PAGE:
Geophysical forecasting has profound implications for economic planning, disaster management, and adaptation to climate change. Traditionally, forecasts for geophysical applications have relied on experimental observations, statistical analyses, and high-performance computing. But the computational costs of these methods are high, and equation-based forecasts cannot capture all the relevant physical processes of the atmosphere or the oceans.
Researchers have begun applying machine learning models, including neural networks, to geophysical data to allow accurate, less computationally expensive forecasting. Construction of these neural networks can be challenging and involve significant trial and error.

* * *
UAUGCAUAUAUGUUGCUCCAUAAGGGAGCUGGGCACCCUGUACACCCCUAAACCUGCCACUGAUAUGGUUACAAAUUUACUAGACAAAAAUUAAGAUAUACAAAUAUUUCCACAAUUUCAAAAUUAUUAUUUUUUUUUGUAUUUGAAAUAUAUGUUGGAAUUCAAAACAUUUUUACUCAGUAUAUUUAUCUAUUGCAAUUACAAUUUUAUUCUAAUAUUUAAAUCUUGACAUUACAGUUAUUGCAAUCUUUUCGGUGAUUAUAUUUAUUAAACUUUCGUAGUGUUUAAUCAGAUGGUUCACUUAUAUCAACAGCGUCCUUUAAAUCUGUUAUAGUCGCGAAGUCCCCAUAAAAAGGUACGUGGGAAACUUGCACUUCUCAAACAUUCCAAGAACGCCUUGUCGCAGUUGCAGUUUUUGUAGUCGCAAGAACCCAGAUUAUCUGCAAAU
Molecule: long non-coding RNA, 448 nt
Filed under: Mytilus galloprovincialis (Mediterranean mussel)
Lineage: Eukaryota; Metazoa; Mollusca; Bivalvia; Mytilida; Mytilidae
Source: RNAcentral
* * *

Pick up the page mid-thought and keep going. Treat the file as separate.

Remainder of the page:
To address these limitations, Argonne is developing a new tool with the unwieldy name POD-LSTMs (proper-orthogonal decomposition-based, long short-term memory networks) to forecast the global sea-surface temperature using a National Oceanic and Atmospheric Administration (NOAA) data set. The team used DeepHyper, a parallel neural architecture search framework, to obtain better LSTM neural networks through evaluations over multiple compute nodes of a supercomputer. They improved the scalability of the approach using an evolutionary algorithm that improves networks using crossovers and mutations and demonstrated its efficacy on up to 512 nodes of the Theta supercomputer at the Argonne Leadership Computing Facility.
Results from this study yielded neural network forecast models that were as accurate as state-of-the-art equation-based techniques at a fraction of the cost. While the latter requires the solution of partial differential equations on several computers in parallel, the former (once fit) can be executed on a standard single-node laptop.